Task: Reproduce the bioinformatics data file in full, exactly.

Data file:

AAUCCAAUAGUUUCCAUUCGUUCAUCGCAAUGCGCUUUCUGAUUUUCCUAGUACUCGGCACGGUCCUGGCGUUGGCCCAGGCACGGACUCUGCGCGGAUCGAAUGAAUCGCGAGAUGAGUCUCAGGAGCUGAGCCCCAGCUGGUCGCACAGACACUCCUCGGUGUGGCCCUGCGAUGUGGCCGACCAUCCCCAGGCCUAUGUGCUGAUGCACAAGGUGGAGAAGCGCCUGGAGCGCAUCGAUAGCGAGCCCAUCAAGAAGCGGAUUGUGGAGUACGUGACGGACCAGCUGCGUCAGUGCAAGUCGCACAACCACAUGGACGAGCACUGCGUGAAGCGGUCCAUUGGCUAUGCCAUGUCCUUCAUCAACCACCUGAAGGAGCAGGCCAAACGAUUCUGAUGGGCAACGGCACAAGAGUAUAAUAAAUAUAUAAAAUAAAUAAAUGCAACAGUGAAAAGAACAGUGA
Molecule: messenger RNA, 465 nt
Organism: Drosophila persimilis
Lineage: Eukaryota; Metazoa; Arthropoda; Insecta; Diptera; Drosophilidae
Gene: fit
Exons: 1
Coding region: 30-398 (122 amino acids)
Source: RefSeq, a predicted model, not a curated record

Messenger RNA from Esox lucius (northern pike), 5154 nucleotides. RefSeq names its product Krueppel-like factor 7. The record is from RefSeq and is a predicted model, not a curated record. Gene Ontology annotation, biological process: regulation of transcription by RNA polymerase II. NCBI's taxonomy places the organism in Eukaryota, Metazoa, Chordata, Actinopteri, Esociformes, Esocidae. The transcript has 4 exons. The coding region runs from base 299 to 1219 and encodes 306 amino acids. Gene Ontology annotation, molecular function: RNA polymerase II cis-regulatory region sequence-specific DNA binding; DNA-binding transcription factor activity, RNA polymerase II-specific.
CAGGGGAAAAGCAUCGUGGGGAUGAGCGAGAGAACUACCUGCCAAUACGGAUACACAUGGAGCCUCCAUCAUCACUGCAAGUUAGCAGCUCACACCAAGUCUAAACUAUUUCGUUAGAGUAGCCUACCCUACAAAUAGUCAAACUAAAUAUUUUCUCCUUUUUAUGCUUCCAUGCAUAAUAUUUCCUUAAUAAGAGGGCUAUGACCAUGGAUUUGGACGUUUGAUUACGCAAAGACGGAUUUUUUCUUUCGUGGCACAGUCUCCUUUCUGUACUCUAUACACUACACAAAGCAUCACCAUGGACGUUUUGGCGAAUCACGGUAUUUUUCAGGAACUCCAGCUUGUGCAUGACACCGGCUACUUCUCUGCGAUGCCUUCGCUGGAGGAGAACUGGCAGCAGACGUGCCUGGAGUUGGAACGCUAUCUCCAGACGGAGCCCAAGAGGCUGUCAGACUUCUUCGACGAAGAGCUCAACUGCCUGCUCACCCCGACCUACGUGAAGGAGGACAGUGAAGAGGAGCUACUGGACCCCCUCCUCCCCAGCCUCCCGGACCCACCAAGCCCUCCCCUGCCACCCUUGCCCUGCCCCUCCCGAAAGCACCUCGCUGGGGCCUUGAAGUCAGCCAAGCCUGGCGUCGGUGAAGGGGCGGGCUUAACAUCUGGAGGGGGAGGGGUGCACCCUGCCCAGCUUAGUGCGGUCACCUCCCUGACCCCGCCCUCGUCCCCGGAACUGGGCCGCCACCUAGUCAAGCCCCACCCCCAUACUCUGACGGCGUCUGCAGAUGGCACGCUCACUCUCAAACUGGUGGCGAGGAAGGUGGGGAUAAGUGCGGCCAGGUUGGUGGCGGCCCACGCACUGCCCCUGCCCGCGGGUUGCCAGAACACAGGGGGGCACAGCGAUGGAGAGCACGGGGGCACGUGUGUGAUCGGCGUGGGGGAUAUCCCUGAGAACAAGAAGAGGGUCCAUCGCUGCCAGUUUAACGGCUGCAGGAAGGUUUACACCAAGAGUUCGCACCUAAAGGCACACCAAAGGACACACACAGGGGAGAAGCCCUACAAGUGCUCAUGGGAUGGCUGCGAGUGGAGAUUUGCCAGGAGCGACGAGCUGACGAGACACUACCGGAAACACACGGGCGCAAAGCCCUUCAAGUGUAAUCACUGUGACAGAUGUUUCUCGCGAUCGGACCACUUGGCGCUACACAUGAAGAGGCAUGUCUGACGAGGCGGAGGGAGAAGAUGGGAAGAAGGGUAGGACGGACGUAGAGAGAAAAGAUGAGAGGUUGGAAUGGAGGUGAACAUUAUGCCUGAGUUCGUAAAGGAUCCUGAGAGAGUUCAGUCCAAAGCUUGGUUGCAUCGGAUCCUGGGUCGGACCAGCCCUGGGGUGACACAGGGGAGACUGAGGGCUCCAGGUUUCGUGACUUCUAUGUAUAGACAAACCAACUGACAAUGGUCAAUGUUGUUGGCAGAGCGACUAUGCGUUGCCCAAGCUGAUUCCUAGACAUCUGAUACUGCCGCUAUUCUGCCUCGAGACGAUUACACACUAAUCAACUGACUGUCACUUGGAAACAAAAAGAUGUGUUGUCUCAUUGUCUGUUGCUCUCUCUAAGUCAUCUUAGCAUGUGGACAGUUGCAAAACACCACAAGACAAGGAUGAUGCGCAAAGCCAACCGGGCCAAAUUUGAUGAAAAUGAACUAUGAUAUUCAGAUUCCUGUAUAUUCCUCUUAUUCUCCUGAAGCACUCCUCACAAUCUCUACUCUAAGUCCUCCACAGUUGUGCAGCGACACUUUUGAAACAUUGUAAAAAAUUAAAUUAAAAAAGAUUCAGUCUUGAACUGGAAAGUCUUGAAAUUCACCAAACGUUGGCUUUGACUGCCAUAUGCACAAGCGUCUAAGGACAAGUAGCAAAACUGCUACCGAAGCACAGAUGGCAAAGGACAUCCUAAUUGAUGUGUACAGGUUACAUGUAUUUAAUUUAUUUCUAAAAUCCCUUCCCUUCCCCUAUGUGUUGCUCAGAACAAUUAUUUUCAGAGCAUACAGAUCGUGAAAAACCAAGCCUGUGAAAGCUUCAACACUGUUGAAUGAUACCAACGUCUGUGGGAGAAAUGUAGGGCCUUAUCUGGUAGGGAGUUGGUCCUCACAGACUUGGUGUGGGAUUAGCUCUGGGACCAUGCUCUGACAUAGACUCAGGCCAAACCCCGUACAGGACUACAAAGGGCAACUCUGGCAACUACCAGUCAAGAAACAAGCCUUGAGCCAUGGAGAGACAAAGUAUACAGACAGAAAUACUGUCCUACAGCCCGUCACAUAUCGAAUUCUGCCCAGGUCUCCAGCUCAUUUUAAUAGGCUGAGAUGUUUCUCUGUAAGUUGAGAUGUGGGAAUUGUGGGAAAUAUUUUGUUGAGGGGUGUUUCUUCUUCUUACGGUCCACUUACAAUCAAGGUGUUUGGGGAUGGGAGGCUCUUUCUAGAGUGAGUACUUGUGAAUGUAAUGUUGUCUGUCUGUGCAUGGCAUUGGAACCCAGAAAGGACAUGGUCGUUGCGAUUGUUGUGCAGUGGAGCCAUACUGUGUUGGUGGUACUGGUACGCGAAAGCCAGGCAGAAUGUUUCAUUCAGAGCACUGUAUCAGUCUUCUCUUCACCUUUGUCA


AAUCCAAUAGUUUCCAUUCGUUCAUCGCAAUGCGCUUUCUGAUUUUCCUAGUACUCGGCACGGUCCUGGCGUUGGCCCAGGCACGGACUCUGCGCGGAUCGAAUGAAUCGCGAGAUGAGUCUCAGGAGCUGAGCCCCAGCUGGUCGCACAGACACUCCUCGGUGUGGCCCUGCGAUGUGGCCGACCAUCCCCAGGCCUAUGUGCUGAUGCACAAGGUGGAGAAGCGCCUGGAGCGCAUCGAUAGCGAGCCCAUCAAGAAGCGGAUUGUGGAGUACGUGACGGACCAGCUGCGUCAGUGCAAGUCGCACAACCACAUGGACGAGCACUGCGUGAAGCGGUCCAUUGGCUAUGCCAUGUCCUUCAUCAACCACCUGAAGGAGCAGGCCAAACGAUUCUGAUGGGCAACGGCACAAGAGUAUAAUAAAUAUAUAAAAUAAAUAAAUGCAACAGUGAAAAGAACAGUGA
Molecule: messenger RNA, 465 nt
Organism: Drosophila persimilis
Lineage: Eukaryota; Metazoa; Arthropoda; Insecta; Diptera; Drosophilidae
Gene: fit
Exons: 1
Coding region: 30-398 (122 amino acids)
Source: RefSeq, a predicted model, not a curated record

Messenger RNA from Esox lucius (northern pike), 5154 nucleotides. RefSeq names its product Krueppel-like factor 7. The record is from RefSeq and is a predicted model, not a curated record. Gene Ontology annotation, biological process: regulation of transcription by RNA polymerase II. NCBI's taxonomy places the organism in Eukaryota, Metazoa, Chordata, Actinopteri, Esociformes, Esocidae. The transcript has 4 exons. The coding region runs from base 299 to 1219 and encodes 306 amino acids. Gene Ontology annotation, molecular function: RNA polymerase II cis-regulatory region sequence-specific DNA binding; DNA-binding transcription factor activity, RNA polymerase II-specific.
CAGGGGAAAAGCAUCGUGGGGAUGAGCGAGAGAACUACCUGCCAAUACGGAUACACAUGGAGCCUCCAUCAUCACUGCAAGUUAGCAGCUCACACCAAGUCUAAACUAUUUCGUUAGAGUAGCCUACCCUACAAAUAGUCAAACUAAAUAUUUUCUCCUUUUUAUGCUUCCAUGCAUAAUAUUUCCUUAAUAAGAGGGCUAUGACCAUGGAUUUGGACGUUUGAUUACGCAAAGACGGAUUUUUUCUUUCGUGGCACAGUCUCCUUUCUGUACUCUAUACACUACACAAAGCAUCACCAUGGACGUUUUGGCGAAUCACGGUAUUUUUCAGGAACUCCAGCUUGUGCAUGACACCGGCUACUUCUCUGCGAUGCCUUCGCUGGAGGAGAACUGGCAGCAGACGUGCCUGGAGUUGGAACGCUAUCUCCAGACGGAGCCCAAGAGGCUGUCAGACUUCUUCGACGAAGAGCUCAACUGCCUGCUCACCCCGACCUACGUGAAGGAGGACAGUGAAGAGGAGCUACUGGACCCCCUCCUCCCCAGCCUCCCGGACCCACCAAGCCCUCCCCUGCCACCCUUGCCCUGCCCCUCCCGAAAGCACCUCGCUGGGGCCUUGAAGUCAGCCAAGCCUGGCGUCGGUGAAGGGGCGGGCUUAACAUCUGGAGGGGGAGGGGUGCACCCUGCCCAGCUUAGUGCGGUCACCUCCCUGACCCCGCCCUCGUCCCCGGAACUGGGCCGCCACCUAGUCAAGCCCCACCCCCAUACUCUGACGGCGUCUGCAGAUGGCACGCUCACUCUCAAACUGGUGGCGAGGAAGGUGGGGAUAAGUGCGGCCAGGUUGGUGGCGGCCCACGCACUGCCCCUGCCCGCGGGUUGCCAGAACACAGGGGGGCACAGCGAUGGAGAGCACGGGGGCACGUGUGUGAUCGGCGUGGGGGAUAUCCCUGAGAACAAGAAGAGGGUCCAUCGCUGCCAGUUUAACGGCUGCAGGAAGGUUUACACCAAGAGUUCGCACCUAAAGGCACACCAAAGGACACACACAGGGGAGAAGCCCUACAAGUGCUCAUGGGAUGGCUGCGAGUGGAGAUUUGCCAGGAGCGACGAGCUGACGAGACACUACCGGAAACACACGGGCGCAAAGCCCUUCAAGUGUAAUCACUGUGACAGAUGUUUCUCGCGAUCGGACCACUUGGCGCUACACAUGAAGAGGCAUGUCUGACGAGGCGGAGGGAGAAGAUGGGAAGAAGGGUAGGACGGACGUAGAGAGAAAAGAUGAGAGGUUGGAAUGGAGGUGAACAUUAUGCCUGAGUUCGUAAAGGAUCCUGAGAGAGUUCAGUCCAAAGCUUGGUUGCAUCGGAUCCUGGGUCGGACCAGCCCUGGGGUGACACAGGGGAGACUGAGGGCUCCAGGUUUCGUGACUUCUAUGUAUAGACAAACCAACUGACAAUGGUCAAUGUUGUUGGCAGAGCGACUAUGCGUUGCCCAAGCUGAUUCCUAGACAUCUGAUACUGCCGCUAUUCUGCCUCGAGACGAUUACACACUAAUCAACUGACUGUCACUUGGAAACAAAAAGAUGUGUUGUCUCAUUGUCUGUUGCUCUCUCUAAGUCAUCUUAGCAUGUGGACAGUUGCAAAACACCACAAGACAAGGAUGAUGCGCAAAGCCAACCGGGCCAAAUUUGAUGAAAAUGAACUAUGAUAUUCAGAUUCCUGUAUAUUCCUCUUAUUCUCCUGAAGCACUCCUCACAAUCUCUACUCUAAGUCCUCCACAGUUGUGCAGCGACACUUUUGAAACAUUGUAAAAAAUUAAAUUAAAAAAGAUUCAGUCUUGAACUGGAAAGUCUUGAAAUUCACCAAACGUUGGCUUUGACUGCCAUAUGCACAAGCGUCUAAGGACAAGUAGCAAAACUGCUACCGAAGCACAGAUGGCAAAGGACAUCCUAAUUGAUGUGUACAGGUUACAUGUAUUUAAUUUAUUUCUAAAAUCCCUUCCCUUCCCCUAUGUGUUGCUCAGAACAAUUAUUUUCAGAGCAUACAGAUCGUGAAAAACCAAGCCUGUGAAAGCUUCAACACUGUUGAAUGAUACCAACGUCUGUGGGAGAAAUGUAGGGCCUUAUCUGGUAGGGAGUUGGUCCUCACAGACUUGGUGUGGGAUUAGCUCUGGGACCAUGCUCUGACAUAGACUCAGGCCAAACCCCGUACAGGACUACAAAGGGCAACUCUGGCAACUACCAGUCAAGAAACAAGCCUUGAGCCAUGGAGAGACAAAGUAUACAGACAGAAAUACUGUCCUACAGCCCGUCACAUAUCGAAUUCUGCCCAGGUCUCCAGCUCAUUUUAAUAGGCUGAGAUGUUUCUCUGUAAGUUGAGAUGUGGGAAUUGUGGGAAAUAUUUUGUUGAGGGGUGUUUCUUCUUCUUACGGUCCACUUACAAUCAAGGUGUUUGGGGAUGGGAGGCUCUUUCUAGAGUGAGUACUUGUGAAUGUAAUGUUGUCUGUCUGUGCAUGGCAUUGGAACCCAGAAAGGACAUGGUCGUUGCGAUUGUUGUGCAGUGGAGCCAUACUGUGUUGGUGGUACUGGUACGCGAAAGCCAGGCAGAAUGUUUCAUUCAGAGCACUGUAUCAGUCUUCUCUUCACCUUUGUCA